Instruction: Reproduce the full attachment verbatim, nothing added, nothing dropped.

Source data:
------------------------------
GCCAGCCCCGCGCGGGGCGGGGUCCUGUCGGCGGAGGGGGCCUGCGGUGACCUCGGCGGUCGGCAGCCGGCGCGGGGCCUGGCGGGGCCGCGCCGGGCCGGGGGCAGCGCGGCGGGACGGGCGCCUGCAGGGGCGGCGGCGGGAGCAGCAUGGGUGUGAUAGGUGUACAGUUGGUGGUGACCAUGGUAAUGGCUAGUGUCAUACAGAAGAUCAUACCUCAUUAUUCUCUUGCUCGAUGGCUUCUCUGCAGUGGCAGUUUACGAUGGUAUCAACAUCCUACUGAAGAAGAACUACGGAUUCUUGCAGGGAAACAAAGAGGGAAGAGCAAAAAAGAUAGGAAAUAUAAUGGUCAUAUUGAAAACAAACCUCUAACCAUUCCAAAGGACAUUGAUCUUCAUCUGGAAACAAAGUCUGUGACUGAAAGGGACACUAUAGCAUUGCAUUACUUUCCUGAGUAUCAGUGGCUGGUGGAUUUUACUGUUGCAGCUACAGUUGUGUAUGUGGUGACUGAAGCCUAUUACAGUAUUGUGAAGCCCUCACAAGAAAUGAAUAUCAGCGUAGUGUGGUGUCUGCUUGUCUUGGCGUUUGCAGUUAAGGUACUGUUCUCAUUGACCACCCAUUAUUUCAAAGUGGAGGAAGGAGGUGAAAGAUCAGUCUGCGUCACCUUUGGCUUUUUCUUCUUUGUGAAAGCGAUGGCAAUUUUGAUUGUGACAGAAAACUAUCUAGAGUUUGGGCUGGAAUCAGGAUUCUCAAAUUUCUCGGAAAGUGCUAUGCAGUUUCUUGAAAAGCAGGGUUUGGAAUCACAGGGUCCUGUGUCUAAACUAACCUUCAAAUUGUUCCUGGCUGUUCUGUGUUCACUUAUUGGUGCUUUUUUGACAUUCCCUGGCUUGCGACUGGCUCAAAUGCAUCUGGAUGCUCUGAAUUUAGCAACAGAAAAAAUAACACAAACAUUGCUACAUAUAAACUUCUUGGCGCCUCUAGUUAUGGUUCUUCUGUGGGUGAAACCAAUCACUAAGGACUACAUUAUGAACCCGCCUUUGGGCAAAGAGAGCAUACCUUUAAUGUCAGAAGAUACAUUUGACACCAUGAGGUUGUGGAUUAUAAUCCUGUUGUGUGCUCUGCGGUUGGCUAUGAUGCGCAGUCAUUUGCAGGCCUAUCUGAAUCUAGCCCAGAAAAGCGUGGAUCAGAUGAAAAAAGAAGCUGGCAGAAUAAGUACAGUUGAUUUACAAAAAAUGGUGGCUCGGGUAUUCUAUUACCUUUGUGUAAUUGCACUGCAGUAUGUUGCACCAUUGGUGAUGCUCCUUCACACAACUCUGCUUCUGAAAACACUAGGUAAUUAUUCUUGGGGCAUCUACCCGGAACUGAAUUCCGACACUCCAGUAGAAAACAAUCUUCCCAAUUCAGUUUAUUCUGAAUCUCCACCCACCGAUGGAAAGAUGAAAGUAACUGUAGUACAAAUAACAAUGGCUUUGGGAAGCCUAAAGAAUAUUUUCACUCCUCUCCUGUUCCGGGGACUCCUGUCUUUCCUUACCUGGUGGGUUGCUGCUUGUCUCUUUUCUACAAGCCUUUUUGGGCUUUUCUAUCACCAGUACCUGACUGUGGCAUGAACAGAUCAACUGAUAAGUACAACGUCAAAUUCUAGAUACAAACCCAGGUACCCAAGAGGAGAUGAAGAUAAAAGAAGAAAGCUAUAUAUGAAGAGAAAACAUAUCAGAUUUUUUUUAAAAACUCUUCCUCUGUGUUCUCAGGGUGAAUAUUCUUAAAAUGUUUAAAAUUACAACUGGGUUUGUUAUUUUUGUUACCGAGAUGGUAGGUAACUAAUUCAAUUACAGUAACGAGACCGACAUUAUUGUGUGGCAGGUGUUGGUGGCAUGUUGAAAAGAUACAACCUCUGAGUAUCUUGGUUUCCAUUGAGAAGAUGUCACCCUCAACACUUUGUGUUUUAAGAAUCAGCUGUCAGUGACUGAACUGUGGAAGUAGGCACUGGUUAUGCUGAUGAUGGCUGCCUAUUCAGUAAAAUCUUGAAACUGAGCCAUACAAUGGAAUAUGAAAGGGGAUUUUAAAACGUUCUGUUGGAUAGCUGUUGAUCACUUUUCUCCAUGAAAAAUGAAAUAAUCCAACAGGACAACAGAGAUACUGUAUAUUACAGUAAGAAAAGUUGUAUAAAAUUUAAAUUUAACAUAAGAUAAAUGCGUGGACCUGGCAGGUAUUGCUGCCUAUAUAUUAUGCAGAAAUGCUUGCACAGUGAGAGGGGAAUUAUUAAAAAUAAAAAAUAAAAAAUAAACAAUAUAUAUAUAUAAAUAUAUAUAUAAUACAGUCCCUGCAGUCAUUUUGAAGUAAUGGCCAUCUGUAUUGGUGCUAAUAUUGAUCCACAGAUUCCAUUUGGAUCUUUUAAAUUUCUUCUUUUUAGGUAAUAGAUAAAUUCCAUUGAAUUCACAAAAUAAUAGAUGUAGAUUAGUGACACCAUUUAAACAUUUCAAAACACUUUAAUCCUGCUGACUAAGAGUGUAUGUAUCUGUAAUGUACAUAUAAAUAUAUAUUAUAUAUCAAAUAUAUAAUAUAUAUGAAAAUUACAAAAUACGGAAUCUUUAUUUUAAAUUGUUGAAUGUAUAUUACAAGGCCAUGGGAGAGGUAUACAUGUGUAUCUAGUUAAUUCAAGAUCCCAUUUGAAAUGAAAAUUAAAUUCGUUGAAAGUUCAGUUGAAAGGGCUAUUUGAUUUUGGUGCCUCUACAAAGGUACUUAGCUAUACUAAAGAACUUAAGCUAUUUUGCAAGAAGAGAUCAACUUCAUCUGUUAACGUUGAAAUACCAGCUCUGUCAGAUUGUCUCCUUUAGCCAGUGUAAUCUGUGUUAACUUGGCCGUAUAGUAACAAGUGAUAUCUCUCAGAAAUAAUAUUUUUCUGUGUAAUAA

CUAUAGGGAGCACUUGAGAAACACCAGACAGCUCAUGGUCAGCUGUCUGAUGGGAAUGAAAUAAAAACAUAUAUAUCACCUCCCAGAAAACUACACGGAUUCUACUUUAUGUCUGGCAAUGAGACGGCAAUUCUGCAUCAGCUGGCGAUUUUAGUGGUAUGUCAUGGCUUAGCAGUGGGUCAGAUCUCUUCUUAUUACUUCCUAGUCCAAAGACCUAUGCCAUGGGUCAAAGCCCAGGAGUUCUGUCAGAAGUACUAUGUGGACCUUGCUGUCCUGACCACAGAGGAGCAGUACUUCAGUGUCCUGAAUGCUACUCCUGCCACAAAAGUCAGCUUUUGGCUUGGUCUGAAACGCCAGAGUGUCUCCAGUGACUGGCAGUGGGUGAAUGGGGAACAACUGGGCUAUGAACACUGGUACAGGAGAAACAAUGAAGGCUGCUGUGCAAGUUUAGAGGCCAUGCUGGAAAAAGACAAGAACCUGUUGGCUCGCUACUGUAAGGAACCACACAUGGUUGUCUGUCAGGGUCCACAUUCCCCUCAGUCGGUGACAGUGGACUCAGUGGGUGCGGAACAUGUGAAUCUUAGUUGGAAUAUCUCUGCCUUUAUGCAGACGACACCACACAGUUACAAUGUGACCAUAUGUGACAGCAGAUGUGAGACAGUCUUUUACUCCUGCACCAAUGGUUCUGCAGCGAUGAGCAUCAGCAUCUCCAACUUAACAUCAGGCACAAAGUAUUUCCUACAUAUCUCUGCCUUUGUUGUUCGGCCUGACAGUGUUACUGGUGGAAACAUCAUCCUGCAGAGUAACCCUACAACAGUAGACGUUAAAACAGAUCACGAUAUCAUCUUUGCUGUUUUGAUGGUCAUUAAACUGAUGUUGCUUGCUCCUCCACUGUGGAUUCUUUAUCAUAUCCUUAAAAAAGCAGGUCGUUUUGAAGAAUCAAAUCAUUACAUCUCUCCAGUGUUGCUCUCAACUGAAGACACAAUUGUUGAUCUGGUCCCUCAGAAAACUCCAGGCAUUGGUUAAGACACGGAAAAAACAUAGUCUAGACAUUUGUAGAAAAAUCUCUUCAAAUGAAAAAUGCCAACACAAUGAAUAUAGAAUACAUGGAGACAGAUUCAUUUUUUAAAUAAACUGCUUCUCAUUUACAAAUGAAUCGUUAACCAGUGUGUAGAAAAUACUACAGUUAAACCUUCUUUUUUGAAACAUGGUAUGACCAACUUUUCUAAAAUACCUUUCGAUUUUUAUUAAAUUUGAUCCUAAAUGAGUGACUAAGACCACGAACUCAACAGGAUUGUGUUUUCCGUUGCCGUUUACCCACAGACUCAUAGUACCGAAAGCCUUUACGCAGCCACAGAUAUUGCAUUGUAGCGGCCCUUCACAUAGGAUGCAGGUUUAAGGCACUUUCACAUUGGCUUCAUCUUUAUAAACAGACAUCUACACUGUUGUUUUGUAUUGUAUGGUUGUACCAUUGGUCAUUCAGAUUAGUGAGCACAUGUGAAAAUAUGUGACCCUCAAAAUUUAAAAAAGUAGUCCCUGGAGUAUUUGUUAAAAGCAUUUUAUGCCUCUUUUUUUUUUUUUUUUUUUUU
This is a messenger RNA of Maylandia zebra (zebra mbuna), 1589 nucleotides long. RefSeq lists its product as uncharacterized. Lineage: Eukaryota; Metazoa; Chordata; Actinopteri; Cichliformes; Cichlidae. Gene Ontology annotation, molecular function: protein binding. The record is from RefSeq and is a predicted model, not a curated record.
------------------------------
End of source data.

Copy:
GCCAGCCCCGCGCGGGGCGGGGUCCUGUCGGCGGAGGGGGCCUGCGGUGACCUCGGCGGUCGGCAGCCGGCGCGGGGCCUGGCGGGGCCGCGCCGGGCCGGGGGCAGCGCGGCGGGACGGGCGCCUGCAGGGGCGGCGGCGGGAGCAGCAUGGGUGUGAUAGGUGUACAGUUGGUGGUGACCAUGGUAAUGGCUAGUGUCAUACAGAAGAUCAUACCUCAUUAUUCUCUUGCUCGAUGGCUUCUCUGCAGUGGCAGUUUACGAUGGUAUCAACAUCCUACUGAAGAAGAACUACGGAUUCUUGCAGGGAAACAAAGAGGGAAGAGCAAAAAAGAUAGGAAAUAUAAUGGUCAUAUUGAAAACAAACCUCUAACCAUUCCAAAGGACAUUGAUCUUCAUCUGGAAACAAAGUCUGUGACUGAAAGGGACACUAUAGCAUUGCAUUACUUUCCUGAGUAUCAGUGGCUGGUGGAUUUUACUGUUGCAGCUACAGUUGUGUAUGUGGUGACUGAAGCCUAUUACAGUAUUGUGAAGCCCUCACAAGAAAUGAAUAUCAGCGUAGUGUGGUGUCUGCUUGUCUUGGCGUUUGCAGUUAAGGUACUGUUCUCAUUGACCACCCAUUAUUUCAAAGUGGAGGAAGGAGGUGAAAGAUCAGUCUGCGUCACCUUUGGCUUUUUCUUCUUUGUGAAAGCGAUGGCAAUUUUGAUUGUGACAGAAAACUAUCUAGAGUUUGGGCUGGAAUCAGGAUUCUCAAAUUUCUCGGAAAGUGCUAUGCAGUUUCUUGAAAAGCAGGGUUUGGAAUCACAGGGUCCUGUGUCUAAACUAACCUUCAAAUUGUUCCUGGCUGUUCUGUGUUCACUUAUUGGUGCUUUUUUGACAUUCCCUGGCUUGCGACUGGCUCAAAUGCAUCUGGAUGCUCUGAAUUUAGCAACAGAAAAAAUAACACAAACAUUGCUACAUAUAAACUUCUUGGCGCCUCUAGUUAUGGUUCUUCUGUGGGUGAAACCAAUCACUAAGGACUACAUUAUGAACCCGCCUUUGGGCAAAGAGAGCAUACCUUUAAUGUCAGAAGAUACAUUUGACACCAUGAGGUUGUGGAUUAUAAUCCUGUUGUGUGCUCUGCGGUUGGCUAUGAUGCGCAGUCAUUUGCAGGCCUAUCUGAAUCUAGCCCAGAAAAGCGUGGAUCAGAUGAAAAAAGAAGCUGGCAGAAUAAGUACAGUUGAUUUACAAAAAAUGGUGGCUCGGGUAUUCUAUUACCUUUGUGUAAUUGCACUGCAGUAUGUUGCACCAUUGGUGAUGCUCCUUCACACAACUCUGCUUCUGAAAACACUAGGUAAUUAUUCUUGGGGCAUCUACCCGGAACUGAAUUCCGACACUCCAGUAGAAAACAAUCUUCCCAAUUCAGUUUAUUCUGAAUCUCCACCCACCGAUGGAAAGAUGAAAGUAACUGUAGUACAAAUAACAAUGGCUUUGGGAAGCCUAAAGAAUAUUUUCACUCCUCUCCUGUUCCGGGGACUCCUGUCUUUCCUUACCUGGUGGGUUGCUGCUUGUCUCUUUUCUACAAGCCUUUUUGGGCUUUUCUAUCACCAGUACCUGACUGUGGCAUGAACAGAUCAACUGAUAAGUACAACGUCAAAUUCUAGAUACAAACCCAGGUACCCAAGAGGAGAUGAAGAUAAAAGAAGAAAGCUAUAUAUGAAGAGAAAACAUAUCAGAUUUUUUUUAAAAACUCUUCCUCUGUGUUCUCAGGGUGAAUAUUCUUAAAAUGUUUAAAAUUACAACUGGGUUUGUUAUUUUUGUUACCGAGAUGGUAGGUAACUAAUUCAAUUACAGUAACGAGACCGACAUUAUUGUGUGGCAGGUGUUGGUGGCAUGUUGAAAAGAUACAACCUCUGAGUAUCUUGGUUUCCAUUGAGAAGAUGUCACCCUCAACACUUUGUGUUUUAAGAAUCAGCUGUCAGUGACUGAACUGUGGAAGUAGGCACUGGUUAUGCUGAUGAUGGCUGCCUAUUCAGUAAAAUCUUGAAACUGAGCCAUACAAUGGAAUAUGAAAGGGGAUUUUAAAACGUUCUGUUGGAUAGCUGUUGAUCACUUUUCUCCAUGAAAAAUGAAAUAAUCCAACAGGACAACAGAGAUACUGUAUAUUACAGUAAGAAAAGUUGUAUAAAAUUUAAAUUUAACAUAAGAUAAAUGCGUGGACCUGGCAGGUAUUGCUGCCUAUAUAUUAUGCAGAAAUGCUUGCACAGUGAGAGGGGAAUUAUUAAAAAUAAAAAAUAAAAAAUAAACAAUAUAUAUAUAUAAAUAUAUAUAUAAUACAGUCCCUGCAGUCAUUUUGAAGUAAUGGCCAUCUGUAUUGGUGCUAAUAUUGAUCCACAGAUUCCAUUUGGAUCUUUUAAAUUUCUUCUUUUUAGGUAAUAGAUAAAUUCCAUUGAAUUCACAAAAUAAUAGAUGUAGAUUAGUGACACCAUUUAAACAUUUCAAAACACUUUAAUCCUGCUGACUAAGAGUGUAUGUAUCUGUAAUGUACAUAUAAAUAUAUAUUAUAUAUCAAAUAUAUAAUAUAUAUGAAAAUUACAAAAUACGGAAUCUUUAUUUUAAAUUGUUGAAUGUAUAUUACAAGGCCAUGGGAGAGGUAUACAUGUGUAUCUAGUUAAUUCAAGAUCCCAUUUGAAAUGAAAAUUAAAUUCGUUGAAAGUUCAGUUGAAAGGGCUAUUUGAUUUUGGUGCCUCUACAAAGGUACUUAGCUAUACUAAAGAACUUAAGCUAUUUUGCAAGAAGAGAUCAACUUCAUCUGUUAACGUUGAAAUACCAGCUCUGUCAGAUUGUCUCCUUUAGCCAGUGUAAUCUGUGUUAACUUGGCCGUAUAGUAACAAGUGAUAUCUCUCAGAAAUAAUAUUUUUCUGUGUAAUAA

CUAUAGGGAGCACUUGAGAAACACCAGACAGCUCAUGGUCAGCUGUCUGAUGGGAAUGAAAUAAAAACAUAUAUAUCACCUCCCAGAAAACUACACGGAUUCUACUUUAUGUCUGGCAAUGAGACGGCAAUUCUGCAUCAGCUGGCGAUUUUAGUGGUAUGUCAUGGCUUAGCAGUGGGUCAGAUCUCUUCUUAUUACUUCCUAGUCCAAAGACCUAUGCCAUGGGUCAAAGCCCAGGAGUUCUGUCAGAAGUACUAUGUGGACCUUGCUGUCCUGACCACAGAGGAGCAGUACUUCAGUGUCCUGAAUGCUACUCCUGCCACAAAAGUCAGCUUUUGGCUUGGUCUGAAACGCCAGAGUGUCUCCAGUGACUGGCAGUGGGUGAAUGGGGAACAACUGGGCUAUGAACACUGGUACAGGAGAAACAAUGAAGGCUGCUGUGCAAGUUUAGAGGCCAUGCUGGAAAAAGACAAGAACCUGUUGGCUCGCUACUGUAAGGAACCACACAUGGUUGUCUGUCAGGGUCCACAUUCCCCUCAGUCGGUGACAGUGGACUCAGUGGGUGCGGAACAUGUGAAUCUUAGUUGGAAUAUCUCUGCCUUUAUGCAGACGACACCACACAGUUACAAUGUGACCAUAUGUGACAGCAGAUGUGAGACAGUCUUUUACUCCUGCACCAAUGGUUCUGCAGCGAUGAGCAUCAGCAUCUCCAACUUAACAUCAGGCACAAAGUAUUUCCUACAUAUCUCUGCCUUUGUUGUUCGGCCUGACAGUGUUACUGGUGGAAACAUCAUCCUGCAGAGUAACCCUACAACAGUAGACGUUAAAACAGAUCACGAUAUCAUCUUUGCUGUUUUGAUGGUCAUUAAACUGAUGUUGCUUGCUCCUCCACUGUGGAUUCUUUAUCAUAUCCUUAAAAAAGCAGGUCGUUUUGAAGAAUCAAAUCAUUACAUCUCUCCAGUGUUGCUCUCAACUGAAGACACAAUUGUUGAUCUGGUCCCUCAGAAAACUCCAGGCAUUGGUUAAGACACGGAAAAAACAUAGUCUAGACAUUUGUAGAAAAAUCUCUUCAAAUGAAAAAUGCCAACACAAUGAAUAUAGAAUACAUGGAGACAGAUUCAUUUUUUAAAUAAACUGCUUCUCAUUUACAAAUGAAUCGUUAACCAGUGUGUAGAAAAUACUACAGUUAAACCUUCUUUUUUGAAACAUGGUAUGACCAACUUUUCUAAAAUACCUUUCGAUUUUUAUUAAAUUUGAUCCUAAAUGAGUGACUAAGACCACGAACUCAACAGGAUUGUGUUUUCCGUUGCCGUUUACCCACAGACUCAUAGUACCGAAAGCCUUUACGCAGCCACAGAUAUUGCAUUGUAGCGGCCCUUCACAUAGGAUGCAGGUUUAAGGCACUUUCACAUUGGCUUCAUCUUUAUAAACAGACAUCUACACUGUUGUUUUGUAUUGUAUGGUUGUACCAUUGGUCAUUCAGAUUAGUGAGCACAUGUGAAAAUAUGUGACCCUCAAAAUUUAAAAAAGUAGUCCCUGGAGUAUUUGUUAAAAGCAUUUUAUGCCUCUUUUUUUUUUUUUUUUUUUUU
This is a messenger RNA of Maylandia zebra (zebra mbuna), 1589 nucleotides long. RefSeq lists its product as uncharacterized. Lineage: Eukaryota; Metazoa; Chordata; Actinopteri; Cichliformes; Cichlidae. Gene Ontology annotation, molecular function: protein binding. The record is from RefSeq and is a predicted model, not a curated record.